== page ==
- Administration — increases range from 2% to 5.5%, with additional salary compensation ranges between $75 and $225 per pay period. The budget impact is about $462,500.
- Technology — 5% increases for technology staff. The starting salary for each tech position will be $37,750 — a $1,500 increase. This will cost the district an extra $60,500.
- EOP exempt, OT/PT/OTA/PTA, medical, and educational support — 5.5% increase for eligible staff members, with an overall budget impact of $135,000.
- Food service — 6% increase to each step in Tier 1, bringing the starting hourly wage to $20.14; and increasing the Tier 2 starting hourly wage to $16.50. The budget impact is roughly $110,000.
Board praises Weikle's leadership; OKs 4% raise
In Weikle’s four-year contract, approved Wednesday, she’ll see a nearly 4% raise for the upcoming school year. That brings her annual base salary to about $206,000 for 2023-2024, with possible raises through 2027. The contract replaces one the board OK’d last year that was set to run through 2026.
As was the case with her previous package, the district will provide retirement fund and health insurance contributions, and provide group life insurance. Weikle also will receive a $4,500 annual travel stipend.
Board members praised Weikle for navigating several challenging years.
“We’d like to commend you for your excellent leadership,” said board member Amy Roser.
“You haven’t had a normal year yet, in Unit 5,” she said, noting Weikle arrived at the start of the pandemic; and then was at the helm twice as voters considered a tax referendum.
“We have seen what you can do in unprecedented times. We’re excited to see your leadership skills in just a typical year,” she said.
Board member Mark Adams said Weikle’s leadership inspires him to be more involved in the district.
Sixth open attendance area OK'd
Also at Wednesday’s meeting, the board approved a sixth open attendance area (OAA) — at Raab Road in Normal. That’s in anticipation of the Archer development expected to add about 135 housing units in that area.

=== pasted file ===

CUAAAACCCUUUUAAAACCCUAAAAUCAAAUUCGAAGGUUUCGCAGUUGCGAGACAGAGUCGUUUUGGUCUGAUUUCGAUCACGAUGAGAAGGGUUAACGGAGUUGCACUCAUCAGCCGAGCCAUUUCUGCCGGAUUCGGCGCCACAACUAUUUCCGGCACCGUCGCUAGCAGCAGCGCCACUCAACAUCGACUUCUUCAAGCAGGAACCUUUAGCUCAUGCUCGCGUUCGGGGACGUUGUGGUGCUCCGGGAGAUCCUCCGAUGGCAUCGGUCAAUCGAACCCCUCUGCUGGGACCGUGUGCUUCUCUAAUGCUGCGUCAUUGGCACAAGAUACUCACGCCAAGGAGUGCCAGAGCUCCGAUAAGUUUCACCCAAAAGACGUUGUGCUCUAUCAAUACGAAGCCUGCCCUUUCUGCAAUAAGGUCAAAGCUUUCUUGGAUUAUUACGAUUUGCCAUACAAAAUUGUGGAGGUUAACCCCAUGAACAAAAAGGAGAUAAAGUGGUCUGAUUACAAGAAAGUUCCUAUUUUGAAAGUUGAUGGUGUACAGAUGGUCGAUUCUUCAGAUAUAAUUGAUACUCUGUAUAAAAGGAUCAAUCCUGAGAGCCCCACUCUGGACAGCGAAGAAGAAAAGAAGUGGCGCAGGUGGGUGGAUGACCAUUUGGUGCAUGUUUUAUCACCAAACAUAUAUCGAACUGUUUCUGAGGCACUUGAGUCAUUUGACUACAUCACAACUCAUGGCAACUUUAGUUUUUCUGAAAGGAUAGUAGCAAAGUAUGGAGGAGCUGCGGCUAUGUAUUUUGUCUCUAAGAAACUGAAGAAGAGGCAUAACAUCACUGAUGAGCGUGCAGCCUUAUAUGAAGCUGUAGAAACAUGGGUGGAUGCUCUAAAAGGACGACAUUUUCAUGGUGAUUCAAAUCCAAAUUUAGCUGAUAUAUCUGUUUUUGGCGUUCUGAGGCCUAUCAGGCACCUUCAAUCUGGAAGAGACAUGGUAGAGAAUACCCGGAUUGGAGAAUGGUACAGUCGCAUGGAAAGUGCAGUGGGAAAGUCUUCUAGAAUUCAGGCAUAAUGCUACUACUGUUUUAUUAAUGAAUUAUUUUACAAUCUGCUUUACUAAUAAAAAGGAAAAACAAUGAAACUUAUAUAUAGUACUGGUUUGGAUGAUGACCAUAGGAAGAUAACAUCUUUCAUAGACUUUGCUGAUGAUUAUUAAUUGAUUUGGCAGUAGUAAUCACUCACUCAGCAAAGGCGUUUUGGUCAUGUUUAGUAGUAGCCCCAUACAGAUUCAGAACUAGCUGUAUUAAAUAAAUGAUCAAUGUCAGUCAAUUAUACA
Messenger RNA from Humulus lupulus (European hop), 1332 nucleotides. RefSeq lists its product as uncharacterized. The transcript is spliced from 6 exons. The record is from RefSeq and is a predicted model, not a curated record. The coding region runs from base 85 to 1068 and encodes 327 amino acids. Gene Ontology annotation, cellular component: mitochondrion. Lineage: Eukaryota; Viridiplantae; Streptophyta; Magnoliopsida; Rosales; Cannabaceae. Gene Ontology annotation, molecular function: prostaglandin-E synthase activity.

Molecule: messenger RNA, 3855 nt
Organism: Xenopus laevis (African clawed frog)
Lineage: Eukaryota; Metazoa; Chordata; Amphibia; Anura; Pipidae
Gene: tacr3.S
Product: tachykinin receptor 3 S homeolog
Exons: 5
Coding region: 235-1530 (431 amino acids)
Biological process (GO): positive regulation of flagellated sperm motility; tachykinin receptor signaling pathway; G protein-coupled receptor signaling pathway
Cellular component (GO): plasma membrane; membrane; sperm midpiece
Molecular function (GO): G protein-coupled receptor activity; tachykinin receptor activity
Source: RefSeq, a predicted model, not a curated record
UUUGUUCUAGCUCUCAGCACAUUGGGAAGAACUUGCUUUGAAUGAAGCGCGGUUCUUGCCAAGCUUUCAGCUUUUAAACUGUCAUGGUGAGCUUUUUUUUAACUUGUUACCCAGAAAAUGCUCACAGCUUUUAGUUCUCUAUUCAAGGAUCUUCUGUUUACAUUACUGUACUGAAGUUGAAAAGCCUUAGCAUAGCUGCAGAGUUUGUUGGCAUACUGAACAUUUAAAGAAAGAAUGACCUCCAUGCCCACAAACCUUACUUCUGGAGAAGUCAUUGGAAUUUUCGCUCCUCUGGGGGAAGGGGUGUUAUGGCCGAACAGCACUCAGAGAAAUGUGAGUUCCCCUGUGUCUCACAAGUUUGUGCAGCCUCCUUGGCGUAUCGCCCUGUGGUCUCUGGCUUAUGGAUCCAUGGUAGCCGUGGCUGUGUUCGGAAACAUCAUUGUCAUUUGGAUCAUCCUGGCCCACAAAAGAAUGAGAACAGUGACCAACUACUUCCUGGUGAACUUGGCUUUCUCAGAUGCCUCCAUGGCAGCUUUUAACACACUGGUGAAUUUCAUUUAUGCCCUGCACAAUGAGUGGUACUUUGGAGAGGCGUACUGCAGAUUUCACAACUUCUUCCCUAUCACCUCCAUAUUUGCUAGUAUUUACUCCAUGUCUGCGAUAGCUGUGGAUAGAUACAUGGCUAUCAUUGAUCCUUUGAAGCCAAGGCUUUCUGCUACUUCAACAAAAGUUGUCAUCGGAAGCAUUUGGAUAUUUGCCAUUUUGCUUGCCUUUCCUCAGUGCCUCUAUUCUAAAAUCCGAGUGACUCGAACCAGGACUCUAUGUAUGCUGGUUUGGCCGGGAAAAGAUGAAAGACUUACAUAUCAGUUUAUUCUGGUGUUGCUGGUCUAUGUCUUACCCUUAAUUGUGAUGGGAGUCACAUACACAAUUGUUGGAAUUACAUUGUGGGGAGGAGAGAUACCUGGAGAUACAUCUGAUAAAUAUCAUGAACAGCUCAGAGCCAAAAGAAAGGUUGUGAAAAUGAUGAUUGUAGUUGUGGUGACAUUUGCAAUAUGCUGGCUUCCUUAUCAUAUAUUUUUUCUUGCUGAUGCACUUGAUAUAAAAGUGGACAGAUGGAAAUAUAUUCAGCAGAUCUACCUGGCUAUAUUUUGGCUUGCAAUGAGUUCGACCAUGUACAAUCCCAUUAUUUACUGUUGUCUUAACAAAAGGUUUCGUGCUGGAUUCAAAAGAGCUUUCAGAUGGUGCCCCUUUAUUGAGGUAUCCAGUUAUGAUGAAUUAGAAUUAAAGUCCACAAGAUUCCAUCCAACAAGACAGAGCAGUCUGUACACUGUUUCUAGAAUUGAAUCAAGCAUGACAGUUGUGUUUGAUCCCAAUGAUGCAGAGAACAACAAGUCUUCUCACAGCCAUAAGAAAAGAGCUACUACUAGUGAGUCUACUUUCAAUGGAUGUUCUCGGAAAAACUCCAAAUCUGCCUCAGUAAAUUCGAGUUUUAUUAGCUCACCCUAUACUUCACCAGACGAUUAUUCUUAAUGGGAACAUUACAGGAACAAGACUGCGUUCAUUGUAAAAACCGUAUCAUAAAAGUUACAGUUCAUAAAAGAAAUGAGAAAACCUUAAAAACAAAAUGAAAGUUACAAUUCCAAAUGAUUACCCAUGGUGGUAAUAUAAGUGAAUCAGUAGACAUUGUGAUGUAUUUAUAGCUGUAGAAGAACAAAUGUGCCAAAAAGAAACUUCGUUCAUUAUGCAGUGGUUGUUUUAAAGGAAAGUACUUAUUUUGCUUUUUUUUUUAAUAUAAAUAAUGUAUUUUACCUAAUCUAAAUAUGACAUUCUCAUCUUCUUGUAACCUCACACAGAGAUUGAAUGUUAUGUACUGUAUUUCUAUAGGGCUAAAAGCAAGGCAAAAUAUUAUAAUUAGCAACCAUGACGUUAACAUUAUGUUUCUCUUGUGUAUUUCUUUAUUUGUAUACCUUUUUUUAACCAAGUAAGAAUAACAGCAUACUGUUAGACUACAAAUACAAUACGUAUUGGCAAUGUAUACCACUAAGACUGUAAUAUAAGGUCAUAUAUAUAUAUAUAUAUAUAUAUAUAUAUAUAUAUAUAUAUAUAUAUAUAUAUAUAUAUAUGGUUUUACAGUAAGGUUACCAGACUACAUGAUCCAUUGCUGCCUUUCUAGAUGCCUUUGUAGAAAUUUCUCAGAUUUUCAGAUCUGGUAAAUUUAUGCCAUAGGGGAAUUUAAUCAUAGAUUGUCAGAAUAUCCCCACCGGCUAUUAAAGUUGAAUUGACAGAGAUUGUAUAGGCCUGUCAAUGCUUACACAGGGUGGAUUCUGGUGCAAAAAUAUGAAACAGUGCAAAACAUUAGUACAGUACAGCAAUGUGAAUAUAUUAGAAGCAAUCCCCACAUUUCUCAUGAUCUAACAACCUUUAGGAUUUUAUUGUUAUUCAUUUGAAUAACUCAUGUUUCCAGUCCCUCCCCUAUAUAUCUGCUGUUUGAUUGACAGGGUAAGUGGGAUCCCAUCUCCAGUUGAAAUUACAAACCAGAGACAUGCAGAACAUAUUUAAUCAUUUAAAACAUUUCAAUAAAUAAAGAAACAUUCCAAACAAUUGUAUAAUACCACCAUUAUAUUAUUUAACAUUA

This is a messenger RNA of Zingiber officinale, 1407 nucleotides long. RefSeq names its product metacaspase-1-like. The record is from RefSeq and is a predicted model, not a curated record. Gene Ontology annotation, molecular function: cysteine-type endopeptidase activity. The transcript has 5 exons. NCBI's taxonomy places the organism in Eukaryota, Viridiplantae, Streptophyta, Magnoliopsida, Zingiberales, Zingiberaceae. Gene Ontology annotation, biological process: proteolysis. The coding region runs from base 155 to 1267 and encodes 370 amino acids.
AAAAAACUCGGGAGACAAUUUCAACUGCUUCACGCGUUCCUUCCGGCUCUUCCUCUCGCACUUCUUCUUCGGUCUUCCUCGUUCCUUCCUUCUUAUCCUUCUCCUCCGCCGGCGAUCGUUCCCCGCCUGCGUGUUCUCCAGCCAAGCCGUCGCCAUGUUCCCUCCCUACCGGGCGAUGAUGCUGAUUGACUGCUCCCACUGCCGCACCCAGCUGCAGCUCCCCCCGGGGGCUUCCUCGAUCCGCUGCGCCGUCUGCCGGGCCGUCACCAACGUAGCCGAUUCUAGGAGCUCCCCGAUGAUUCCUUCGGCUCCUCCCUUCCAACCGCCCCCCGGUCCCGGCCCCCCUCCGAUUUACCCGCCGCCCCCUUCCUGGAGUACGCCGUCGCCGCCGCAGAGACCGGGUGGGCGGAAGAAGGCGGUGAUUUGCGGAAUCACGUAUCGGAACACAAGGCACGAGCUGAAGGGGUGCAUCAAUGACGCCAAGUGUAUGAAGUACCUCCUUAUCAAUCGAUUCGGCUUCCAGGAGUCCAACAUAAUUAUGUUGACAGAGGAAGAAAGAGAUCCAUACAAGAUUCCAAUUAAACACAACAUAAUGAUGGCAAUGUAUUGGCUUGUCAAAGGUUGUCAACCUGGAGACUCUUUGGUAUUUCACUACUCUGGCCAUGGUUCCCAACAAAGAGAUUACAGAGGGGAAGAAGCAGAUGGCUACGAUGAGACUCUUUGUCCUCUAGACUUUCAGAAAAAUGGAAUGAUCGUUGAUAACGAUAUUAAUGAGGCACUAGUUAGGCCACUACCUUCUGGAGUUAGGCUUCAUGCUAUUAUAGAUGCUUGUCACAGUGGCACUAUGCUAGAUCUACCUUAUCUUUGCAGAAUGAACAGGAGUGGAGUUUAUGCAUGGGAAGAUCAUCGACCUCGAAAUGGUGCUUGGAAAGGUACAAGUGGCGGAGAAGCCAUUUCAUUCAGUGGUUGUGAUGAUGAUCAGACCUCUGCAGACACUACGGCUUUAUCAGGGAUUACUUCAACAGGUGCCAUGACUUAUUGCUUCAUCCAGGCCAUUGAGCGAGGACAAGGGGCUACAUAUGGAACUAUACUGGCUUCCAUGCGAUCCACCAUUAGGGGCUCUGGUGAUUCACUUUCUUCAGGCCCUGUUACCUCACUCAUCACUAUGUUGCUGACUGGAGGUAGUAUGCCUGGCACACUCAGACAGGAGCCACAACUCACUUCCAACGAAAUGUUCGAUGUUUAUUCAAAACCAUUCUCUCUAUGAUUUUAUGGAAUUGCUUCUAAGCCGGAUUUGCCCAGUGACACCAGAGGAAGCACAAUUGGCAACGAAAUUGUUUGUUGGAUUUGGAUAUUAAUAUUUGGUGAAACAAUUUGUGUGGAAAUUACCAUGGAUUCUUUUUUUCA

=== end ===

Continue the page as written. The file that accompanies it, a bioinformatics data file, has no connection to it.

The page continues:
Traditionally, students living in that part of town would attend Fairview Elementary School. But Weikle told the board the school won’t be able to accommodate the growth.
Instead, students living in OAA #6 will be assigned to Fairview, Sugar Creek, or Carlock elementary schools.
For decades Unit 5 only had two OAA zones. But in December, the board approved a third, fourth and fifth area, as developers began launching more new housing plans across Bloomington-Normal.
District administrators closely monitor new housing developments planned within McLean County’s largest district, said Weikle.
“As our community continues to grow and change we are working with Cropper GIS on a demographic study including the utilization, demographic and mapping services for the district,” said Weikle, adding the study results will be used in strategic planning this fall.
In other business, the board:
- Approved a $28,500 settlement with former employee LaNell Greenberg, relating to her 2020 sexual harassment lawsuit. There was no discussion before or after the vote.
- OK’d spending about $19,000 on its annual contract with SchoolMessenger.
- Heard from DeHaai that between 2018 and 2022, the district saved about $3 million in energy costs by implementing campus optimizers in facilities.
- Heard the district is partnering with the Back to School Alliance for its Aug. 8, invitation-only giveaway. The nonprofit provides school supplies and backpacks to income-eligible students who are enrolled by Aug. 1 in Unit 5 or District 87 schools.